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Fig. 2

Schematic of experimental layout used in this study. Red lines are used to indicate heated sections in the setup.

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Fig. 1

Evolution of particle penetration during different stages of deep bed filtration. Adapted from Ref. [21].

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Fig. 3

Washcoated and catalyzed washcoated wafers used in the EFA system

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Fig. 4

Schematic of the EFA

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Fig. 5

Different layout used during preliminary studies

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Fig. 6

SMPS ratio as a function of mobility diameter for different engine operating conditions

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Fig. 7

PSD from different SIDI operating conditions measured using an SMPS

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Fig. 8

Comparison of filter permeability, total concentration and GMD at filter inlet between different operating conditions

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Fig. 9

Change in penetration for 30 to 90 nm particles (top), 120 to 200 nm particles (center), and normalized penetration (bottom) with time (averaged over 100 s) for different particle sizes during filtration of exhaust from the EOI 220 condition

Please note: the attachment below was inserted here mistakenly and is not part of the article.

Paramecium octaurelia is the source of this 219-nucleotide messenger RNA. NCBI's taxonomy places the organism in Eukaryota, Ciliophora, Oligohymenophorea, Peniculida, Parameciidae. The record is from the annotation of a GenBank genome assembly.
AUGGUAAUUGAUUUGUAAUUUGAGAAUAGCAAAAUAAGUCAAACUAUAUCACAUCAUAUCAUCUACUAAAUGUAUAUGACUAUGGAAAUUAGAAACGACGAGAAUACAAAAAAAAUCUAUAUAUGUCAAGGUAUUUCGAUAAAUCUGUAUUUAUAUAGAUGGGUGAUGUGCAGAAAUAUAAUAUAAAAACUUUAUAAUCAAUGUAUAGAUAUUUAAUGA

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Fig. 10

Change in NPD (top), filtration velocity (center), and particle number based FE (bottom), averaged over 100 s, during filtration of exhaust from the EOI 220 condition

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Fig. 11

Size resolved FE (averaged over 100 s) at different times during the filtration of exhaust from the EOI 220 condition. The arrow and dotted lines indicate the decrease in the MPPS over the duration of the experiment.

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Fig. 12

Estimated change in interstitial velocity (assuming constant grain diameter) and grain diameter (assuming constant mean pore velocity) during filtration of exhaust from the baseline EOI 220 condition. The dotted arrow at the bottom indicates direction in which filtration proceeds.

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Fig. 13

Comparison of change in penetration of 50, 90, and 150 nm particles during filter loading under different operating conditions

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Fig. 14

Change in MPPS during filter loading under different operating conditions

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Fig. 15

Change in FE based on total particle number for different engine operating conditions

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Fig. 16

Change in NPD across the filter during filtration experiments under different operating conditions